Columbia River Bar Pilots Helicopter Operations
published on 17 December 2019 - 133
Rotorcraft Pro gives an inside look at Brim Aviation's Columbia River Bar Pilots helicopter ops. CRBP uses an AW109SP to hoist ship captains onto ships crossing the dangerous river bar in Astoria, OR. This is part of a written/photo feature in the September 2015 issue of Rotorcraft Pro Magazine.
Video Helicoptertransfer from Pilot Station Vessel PROCYON
Video Ship piloting in pandemic times in Santa Marta, Colombia
Found on YouTube. Created by Guille Rodriguez on 04/04/2020.
It has been 1 month since the 1st case of coronavirus in the country. All airports were shut down, and mandatory confinement was issued 10 days ago. Nevertheless, Maritime shipping must continue (except for tourist related). The means that us pilots must continue with our duties despite the risks involved with all the ships' crews arriving from different countries. So we need to take all safety measures possible.
This particular maneuver was unberthing a chemical tanker, in loaded condition, the "Maersk Borneo", which is a mid size tanker with a bow thruster and a fixed pitch prop. I used 2 tugs fast on the port side, backed her out of the basin and turned her to port. Captain and crew were very professional.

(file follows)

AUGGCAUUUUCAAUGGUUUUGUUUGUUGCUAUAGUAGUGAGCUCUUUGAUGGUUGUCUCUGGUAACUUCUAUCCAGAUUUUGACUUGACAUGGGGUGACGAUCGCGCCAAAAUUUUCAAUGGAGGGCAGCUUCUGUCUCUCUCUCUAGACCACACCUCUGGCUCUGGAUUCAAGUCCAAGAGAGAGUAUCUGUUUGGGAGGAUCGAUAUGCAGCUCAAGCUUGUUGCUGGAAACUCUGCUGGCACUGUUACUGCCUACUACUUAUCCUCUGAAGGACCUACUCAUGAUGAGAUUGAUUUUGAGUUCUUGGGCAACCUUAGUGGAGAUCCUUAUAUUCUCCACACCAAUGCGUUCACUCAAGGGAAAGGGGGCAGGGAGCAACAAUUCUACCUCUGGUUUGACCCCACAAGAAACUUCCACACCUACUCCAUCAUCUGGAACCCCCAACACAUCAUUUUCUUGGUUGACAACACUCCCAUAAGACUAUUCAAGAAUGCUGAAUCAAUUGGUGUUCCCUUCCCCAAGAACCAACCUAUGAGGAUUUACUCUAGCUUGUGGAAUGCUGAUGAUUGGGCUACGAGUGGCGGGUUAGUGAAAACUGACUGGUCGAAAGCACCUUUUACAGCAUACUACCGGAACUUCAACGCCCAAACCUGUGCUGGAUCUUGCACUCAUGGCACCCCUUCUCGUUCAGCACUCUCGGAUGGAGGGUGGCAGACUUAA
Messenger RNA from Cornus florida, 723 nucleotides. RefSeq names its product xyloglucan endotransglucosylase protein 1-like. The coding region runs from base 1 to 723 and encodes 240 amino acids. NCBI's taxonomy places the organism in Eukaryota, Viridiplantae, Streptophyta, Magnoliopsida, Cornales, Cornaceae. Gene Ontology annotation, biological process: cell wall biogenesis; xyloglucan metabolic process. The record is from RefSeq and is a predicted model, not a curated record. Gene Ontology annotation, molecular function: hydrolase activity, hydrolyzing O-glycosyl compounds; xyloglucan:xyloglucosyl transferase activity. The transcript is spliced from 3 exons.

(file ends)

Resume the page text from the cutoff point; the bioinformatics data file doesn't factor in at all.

Article Rope snapped: Marine Pilot accident in Durban, South Africa.
by Marine-Pilots.com - published on 29 April 2020
A 35-year-old male sea pilot of the Transnet National Ports Authority (TNPA) fell into the sea from a crude oil tanker near the N Shed Wharf in the port of Durban. A rope of the pilot ladder is said to have snapped for an undetermined reason when the man disembarked while leaving the crude oil tanker which was leaving the port of Durban.
Video Crazy Pilot Boarding when the vessel is rolling heavy
Video Meet Captain Lyle Donovan, a San Diego Bay pilot with the San Diego Bay Pilots Association
May is Maritime Month at the Port of San Diego and we are proud to highlight some of our hardworking men and women of the Working Waterfront. Meet Captain Lyle Donovan, a San Diego Bay pilot with the San Diego Bay Pilots Association. His work consists of guiding ships in and out of San Diego Bay in a safe and efficient manner. A typical day includes guiding a 650-foot car carrying vessel or a 950-foot cruise ship into San Diego Bay. This entails boarding the vessels by climbing up a ladder, often in very rough seas and usually when it’s still dark out. The Port of San Diego thanks Captain Donovan and his fellow pilots for their hard work. To read more about the importance of the maritime industry, visit portofsandiego.org/maritimemonth